by Jaime Lalinde
March 18, 2011, 4:00 PM
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In the late ’80s, Michael Lewis traveled to Japan for an article that would appear in a 1989 issue of the now-defunct Manhattan, Inc magazine. The piece that resulted, “How a Tokyo Earthquake Could Devastate Wall Street and the World Economy,” was part fact, part fiction: What would the economic fallout be if a 7.9-magnitude earthquake struck Japan’s largest city? Lewis discussed whether the country’s infrastructure was capable of withstanding such a high-magnitude earthquake—pointing out that the complex systems in place then were programmed to shut off in extreme conditions, because they could not be trusted to operate effectively. However, much of the economic toll that Lewis envisioned was predicated on different, more prosperous financial times in Japan. Following the publication of the article, the country entered its “Lost Decade,” sinking into economic irrelevance. But Lewis’s article remains eerily incisive throughout: “Many of Tokyo’s citizens, like Holland’s, live on unstable land that has been reclaimed from the sea. Neon signs are everywhere. So are bulk-chemical factories. Even if the skyscrapers don’t fall, they’ve created new hazards by jamming people into perilously close quarters.” We talked to the Vanity Fair contributor about his prescience and the ongoing catastrophe in Japan.
VF Daily: When you first heard the news of the tsunami, what were your expectations regarding the economic fallout that would follow? Nearly a week later, how have those differed from the reality of the economic fallout?
Michael Lewis: The big point is that the earthquake imagined by the characters in my piece was more or less right under Tokyo, and so the damage it caused was far, far worse. My reaction to the news of this very real earthquake was: it’s not nearly as bad as the (plausible) nightmare scenario. And it isn’t. And until I remembered that I had written this very weird piece back in 1989, I didn’t think much about the economic fallout. But about 24 hours after the tsunami, I woke up to an e-mail from an old friend from my Wall Street days, who still sells bonds for a living, in which he expressed vast amusement that my piece was being passed around Wall Street trading desks and being taken seriously—and that I was being viewed as having somehow foreseen this disaster. This was, of course, absurd, but never mind: I now had a responsibility to think about the event in economic terms. And my first thought was: Japan is now in such bad financial shape that even this less-damaging earthquake might create a great deal of financial drama.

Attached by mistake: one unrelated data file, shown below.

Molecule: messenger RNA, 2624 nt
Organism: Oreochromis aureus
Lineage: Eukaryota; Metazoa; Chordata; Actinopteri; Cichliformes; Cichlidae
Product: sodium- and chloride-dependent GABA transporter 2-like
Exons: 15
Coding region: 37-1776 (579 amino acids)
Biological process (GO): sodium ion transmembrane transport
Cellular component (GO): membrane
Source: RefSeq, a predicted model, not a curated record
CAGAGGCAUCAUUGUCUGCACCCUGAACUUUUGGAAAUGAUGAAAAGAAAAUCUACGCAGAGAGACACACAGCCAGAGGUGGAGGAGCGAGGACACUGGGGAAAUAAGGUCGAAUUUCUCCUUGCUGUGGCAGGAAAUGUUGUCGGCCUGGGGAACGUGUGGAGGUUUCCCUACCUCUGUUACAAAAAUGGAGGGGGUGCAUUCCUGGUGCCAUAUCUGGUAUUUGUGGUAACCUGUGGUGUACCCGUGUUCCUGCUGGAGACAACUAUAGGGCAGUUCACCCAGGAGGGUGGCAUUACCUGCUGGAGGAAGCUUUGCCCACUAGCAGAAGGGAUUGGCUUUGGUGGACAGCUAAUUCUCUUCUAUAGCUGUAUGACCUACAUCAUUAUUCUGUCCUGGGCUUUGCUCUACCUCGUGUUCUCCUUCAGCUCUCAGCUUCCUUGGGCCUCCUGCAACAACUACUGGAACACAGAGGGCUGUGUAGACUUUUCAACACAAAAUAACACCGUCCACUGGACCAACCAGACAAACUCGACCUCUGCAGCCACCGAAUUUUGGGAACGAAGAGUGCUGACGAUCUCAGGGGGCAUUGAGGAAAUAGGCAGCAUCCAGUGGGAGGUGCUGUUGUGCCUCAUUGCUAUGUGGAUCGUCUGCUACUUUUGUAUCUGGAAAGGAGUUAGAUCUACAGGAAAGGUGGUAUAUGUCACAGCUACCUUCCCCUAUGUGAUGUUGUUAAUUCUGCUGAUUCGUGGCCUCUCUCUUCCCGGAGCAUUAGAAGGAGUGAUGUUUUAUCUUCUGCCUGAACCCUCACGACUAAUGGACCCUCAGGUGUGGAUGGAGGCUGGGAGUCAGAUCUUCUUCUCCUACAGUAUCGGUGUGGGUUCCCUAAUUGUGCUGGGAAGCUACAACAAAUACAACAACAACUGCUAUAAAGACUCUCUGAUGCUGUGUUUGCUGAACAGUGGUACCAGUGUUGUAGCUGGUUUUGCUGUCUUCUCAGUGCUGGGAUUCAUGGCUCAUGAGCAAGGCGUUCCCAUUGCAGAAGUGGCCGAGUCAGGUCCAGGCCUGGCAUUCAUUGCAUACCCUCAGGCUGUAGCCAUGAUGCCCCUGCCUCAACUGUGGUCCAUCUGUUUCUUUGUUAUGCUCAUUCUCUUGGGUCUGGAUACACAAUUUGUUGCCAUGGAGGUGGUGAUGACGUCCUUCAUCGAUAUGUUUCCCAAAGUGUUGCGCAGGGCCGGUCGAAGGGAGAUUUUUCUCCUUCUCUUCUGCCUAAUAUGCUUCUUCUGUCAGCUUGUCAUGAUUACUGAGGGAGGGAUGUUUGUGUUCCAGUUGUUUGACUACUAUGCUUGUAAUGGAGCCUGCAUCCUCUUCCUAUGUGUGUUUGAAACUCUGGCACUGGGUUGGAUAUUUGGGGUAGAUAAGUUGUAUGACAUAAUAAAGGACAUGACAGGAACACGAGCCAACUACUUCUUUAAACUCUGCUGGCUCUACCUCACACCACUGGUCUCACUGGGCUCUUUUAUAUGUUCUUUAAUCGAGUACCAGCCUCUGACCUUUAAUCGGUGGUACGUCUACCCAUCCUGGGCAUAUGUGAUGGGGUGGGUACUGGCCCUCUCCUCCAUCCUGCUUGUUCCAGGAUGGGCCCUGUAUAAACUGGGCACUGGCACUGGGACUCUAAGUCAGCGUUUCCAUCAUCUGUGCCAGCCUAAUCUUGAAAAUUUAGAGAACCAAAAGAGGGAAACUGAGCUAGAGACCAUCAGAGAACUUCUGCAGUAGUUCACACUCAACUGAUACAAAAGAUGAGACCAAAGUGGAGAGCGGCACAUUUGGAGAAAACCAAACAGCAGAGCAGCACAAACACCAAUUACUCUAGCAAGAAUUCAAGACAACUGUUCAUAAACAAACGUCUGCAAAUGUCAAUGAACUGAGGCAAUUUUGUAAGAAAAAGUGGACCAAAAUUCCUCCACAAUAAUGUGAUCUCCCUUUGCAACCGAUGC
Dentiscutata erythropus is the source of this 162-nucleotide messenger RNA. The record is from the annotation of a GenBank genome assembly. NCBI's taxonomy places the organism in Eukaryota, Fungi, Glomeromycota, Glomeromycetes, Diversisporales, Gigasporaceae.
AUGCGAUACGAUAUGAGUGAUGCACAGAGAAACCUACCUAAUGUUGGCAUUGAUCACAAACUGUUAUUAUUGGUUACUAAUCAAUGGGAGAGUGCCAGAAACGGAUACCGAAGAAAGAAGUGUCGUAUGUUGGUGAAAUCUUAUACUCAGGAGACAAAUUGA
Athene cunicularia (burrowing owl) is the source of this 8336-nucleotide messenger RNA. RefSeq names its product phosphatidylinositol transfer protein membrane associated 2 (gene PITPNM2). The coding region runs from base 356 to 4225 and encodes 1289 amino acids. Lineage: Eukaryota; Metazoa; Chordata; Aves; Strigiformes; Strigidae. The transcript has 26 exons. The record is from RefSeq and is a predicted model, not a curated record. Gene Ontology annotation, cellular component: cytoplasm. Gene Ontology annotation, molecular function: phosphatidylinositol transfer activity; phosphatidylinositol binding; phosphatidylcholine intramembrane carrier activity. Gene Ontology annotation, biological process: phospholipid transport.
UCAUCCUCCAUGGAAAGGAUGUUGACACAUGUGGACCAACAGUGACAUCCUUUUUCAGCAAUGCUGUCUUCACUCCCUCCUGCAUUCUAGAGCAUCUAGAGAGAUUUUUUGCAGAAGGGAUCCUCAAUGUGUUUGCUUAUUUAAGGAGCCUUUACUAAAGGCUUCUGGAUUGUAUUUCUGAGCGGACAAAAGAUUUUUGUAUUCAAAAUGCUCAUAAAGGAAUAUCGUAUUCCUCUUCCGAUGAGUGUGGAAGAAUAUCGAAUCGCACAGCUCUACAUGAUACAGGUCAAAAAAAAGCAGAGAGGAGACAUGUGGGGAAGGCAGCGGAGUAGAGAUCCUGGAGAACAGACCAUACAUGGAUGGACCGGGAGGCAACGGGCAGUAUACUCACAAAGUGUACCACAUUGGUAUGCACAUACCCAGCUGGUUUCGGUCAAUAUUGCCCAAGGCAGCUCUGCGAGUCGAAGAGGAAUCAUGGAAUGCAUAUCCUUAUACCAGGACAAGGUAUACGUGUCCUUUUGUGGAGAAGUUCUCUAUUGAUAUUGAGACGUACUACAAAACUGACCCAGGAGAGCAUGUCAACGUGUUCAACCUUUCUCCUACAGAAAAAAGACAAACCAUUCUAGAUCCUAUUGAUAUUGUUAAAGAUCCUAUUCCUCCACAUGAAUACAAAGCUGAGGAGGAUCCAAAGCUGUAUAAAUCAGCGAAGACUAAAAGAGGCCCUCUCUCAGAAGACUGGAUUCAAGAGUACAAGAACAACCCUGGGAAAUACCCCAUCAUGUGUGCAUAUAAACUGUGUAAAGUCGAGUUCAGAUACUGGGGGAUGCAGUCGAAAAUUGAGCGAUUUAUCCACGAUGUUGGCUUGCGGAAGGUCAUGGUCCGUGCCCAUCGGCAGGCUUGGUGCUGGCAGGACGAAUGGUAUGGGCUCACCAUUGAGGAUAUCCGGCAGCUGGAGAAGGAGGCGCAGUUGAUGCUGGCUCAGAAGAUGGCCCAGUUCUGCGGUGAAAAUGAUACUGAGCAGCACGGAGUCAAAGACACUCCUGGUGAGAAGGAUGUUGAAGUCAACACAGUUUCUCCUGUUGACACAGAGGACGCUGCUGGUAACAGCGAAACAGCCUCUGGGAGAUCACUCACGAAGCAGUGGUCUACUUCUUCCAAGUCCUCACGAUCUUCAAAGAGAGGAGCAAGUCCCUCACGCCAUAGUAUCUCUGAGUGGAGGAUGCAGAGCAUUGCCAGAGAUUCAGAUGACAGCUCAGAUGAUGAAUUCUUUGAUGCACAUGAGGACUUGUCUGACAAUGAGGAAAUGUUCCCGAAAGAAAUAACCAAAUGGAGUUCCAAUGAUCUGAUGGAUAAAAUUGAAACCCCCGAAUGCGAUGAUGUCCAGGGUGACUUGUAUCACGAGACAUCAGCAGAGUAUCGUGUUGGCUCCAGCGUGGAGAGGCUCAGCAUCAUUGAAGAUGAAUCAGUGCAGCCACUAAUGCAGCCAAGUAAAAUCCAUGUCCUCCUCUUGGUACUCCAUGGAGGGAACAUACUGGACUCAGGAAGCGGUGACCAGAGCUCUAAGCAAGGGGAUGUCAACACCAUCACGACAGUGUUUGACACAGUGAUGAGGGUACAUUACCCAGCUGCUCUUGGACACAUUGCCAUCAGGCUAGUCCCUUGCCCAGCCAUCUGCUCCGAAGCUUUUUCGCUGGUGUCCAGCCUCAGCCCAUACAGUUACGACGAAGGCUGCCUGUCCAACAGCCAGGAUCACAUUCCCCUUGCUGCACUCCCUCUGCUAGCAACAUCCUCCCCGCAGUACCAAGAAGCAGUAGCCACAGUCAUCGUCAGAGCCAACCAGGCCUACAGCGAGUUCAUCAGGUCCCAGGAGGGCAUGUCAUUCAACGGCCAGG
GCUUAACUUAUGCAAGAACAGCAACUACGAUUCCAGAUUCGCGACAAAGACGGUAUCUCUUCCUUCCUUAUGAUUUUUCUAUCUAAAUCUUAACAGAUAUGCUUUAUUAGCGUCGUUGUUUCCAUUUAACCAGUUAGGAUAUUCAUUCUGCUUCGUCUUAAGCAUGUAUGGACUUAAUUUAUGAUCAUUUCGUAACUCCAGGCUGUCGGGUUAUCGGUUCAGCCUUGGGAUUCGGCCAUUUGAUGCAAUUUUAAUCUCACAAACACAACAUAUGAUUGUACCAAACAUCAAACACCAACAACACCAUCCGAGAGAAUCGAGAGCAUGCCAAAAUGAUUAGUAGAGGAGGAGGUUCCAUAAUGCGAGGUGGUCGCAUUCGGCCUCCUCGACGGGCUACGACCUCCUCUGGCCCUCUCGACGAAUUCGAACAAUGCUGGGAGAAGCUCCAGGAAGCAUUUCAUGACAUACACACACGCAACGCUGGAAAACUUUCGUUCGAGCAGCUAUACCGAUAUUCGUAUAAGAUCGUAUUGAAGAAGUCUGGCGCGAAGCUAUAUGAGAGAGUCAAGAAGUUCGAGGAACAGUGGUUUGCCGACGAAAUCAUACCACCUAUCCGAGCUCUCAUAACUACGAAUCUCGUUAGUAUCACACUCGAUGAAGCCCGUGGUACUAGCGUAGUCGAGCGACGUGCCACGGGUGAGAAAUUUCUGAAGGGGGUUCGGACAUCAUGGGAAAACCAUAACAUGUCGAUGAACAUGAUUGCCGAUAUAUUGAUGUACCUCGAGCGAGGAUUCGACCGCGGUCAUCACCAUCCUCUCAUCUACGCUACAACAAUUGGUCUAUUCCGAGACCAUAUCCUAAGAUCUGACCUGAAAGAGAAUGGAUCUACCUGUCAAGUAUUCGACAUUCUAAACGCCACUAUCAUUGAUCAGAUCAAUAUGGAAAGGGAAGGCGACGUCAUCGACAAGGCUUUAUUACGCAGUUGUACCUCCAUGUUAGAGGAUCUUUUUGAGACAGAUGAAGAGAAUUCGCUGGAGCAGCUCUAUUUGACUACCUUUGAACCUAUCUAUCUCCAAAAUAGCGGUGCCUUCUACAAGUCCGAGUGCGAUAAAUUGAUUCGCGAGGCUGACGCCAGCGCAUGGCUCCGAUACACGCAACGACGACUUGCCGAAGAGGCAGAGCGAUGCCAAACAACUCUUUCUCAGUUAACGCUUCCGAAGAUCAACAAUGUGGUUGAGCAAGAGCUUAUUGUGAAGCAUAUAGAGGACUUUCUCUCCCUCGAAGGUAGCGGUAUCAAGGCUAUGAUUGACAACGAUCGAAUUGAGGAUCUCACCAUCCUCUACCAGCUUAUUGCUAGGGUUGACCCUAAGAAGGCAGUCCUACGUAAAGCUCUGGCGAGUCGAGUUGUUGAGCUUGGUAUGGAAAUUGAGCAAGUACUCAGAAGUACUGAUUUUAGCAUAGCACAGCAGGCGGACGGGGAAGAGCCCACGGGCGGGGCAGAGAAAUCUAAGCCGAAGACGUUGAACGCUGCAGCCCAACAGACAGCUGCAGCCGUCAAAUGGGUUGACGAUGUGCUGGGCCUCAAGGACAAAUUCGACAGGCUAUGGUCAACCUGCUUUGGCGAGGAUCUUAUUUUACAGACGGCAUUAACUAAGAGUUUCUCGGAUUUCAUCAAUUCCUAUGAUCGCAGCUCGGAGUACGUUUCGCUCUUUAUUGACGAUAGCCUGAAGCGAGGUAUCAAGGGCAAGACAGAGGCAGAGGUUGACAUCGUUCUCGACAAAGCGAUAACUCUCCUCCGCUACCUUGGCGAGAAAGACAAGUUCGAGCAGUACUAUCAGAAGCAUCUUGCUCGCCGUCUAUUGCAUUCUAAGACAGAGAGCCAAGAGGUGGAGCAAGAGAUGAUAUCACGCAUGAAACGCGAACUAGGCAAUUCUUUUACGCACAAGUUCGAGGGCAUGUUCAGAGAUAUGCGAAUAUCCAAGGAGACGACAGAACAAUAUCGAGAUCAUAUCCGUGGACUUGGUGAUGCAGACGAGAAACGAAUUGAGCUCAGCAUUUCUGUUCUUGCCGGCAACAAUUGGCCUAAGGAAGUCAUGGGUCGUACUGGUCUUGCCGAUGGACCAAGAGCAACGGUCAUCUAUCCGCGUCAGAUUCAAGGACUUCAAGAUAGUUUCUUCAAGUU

In what ways are the Japanese prepared to deal with this catastrophe compared with, say, Californians and the Irish?
Don’t know, of course. But I’d bet the big difference would be in the political fallout. The Japanese put up with an amazing lack of honesty from their politicians, and an amazing lack of attention to their personal care and comfort. The sheer level of hysteria would be much higher if this happened anyplace else, but especially if it happened in California. The shrieks from my neighborhood in Berkeley alone would drown out the sound of any tsunami. An earthquake in Ireland, if it could be arranged that it knocked down the empty buildings without harming the people, might actually be useful.
Japan’s economy was already in bad shape before this catastrophe—their public debt totaling almost 200 percent of their G.D.P. How can they recover, and who will be footing the bill?
I wouldn’t be surprised if this event calls into serious question the Japanese government’s ability to service its debt. But I would be surprised if anyone wound up footing the bill other than the Japanese people, as they are both rich and famously poorly insured. A friend in the catastrophe-insurance market points out that the last big Japanese earthquake, in Kobe, generated roughly $100 billion in losses, only $3 billion of which were insured. The nature of Japanese society is to share the burden, and so the losses, I assume, will be socialized. I wouldn’t be shocked if the Japanese government, to cover the losses, will need to sell off at least some of their 800-and-something billion dollars in U.S. treasury bonds. And I wonder: if the Japanese become big net sellers of our bonds, who will step in to buy them?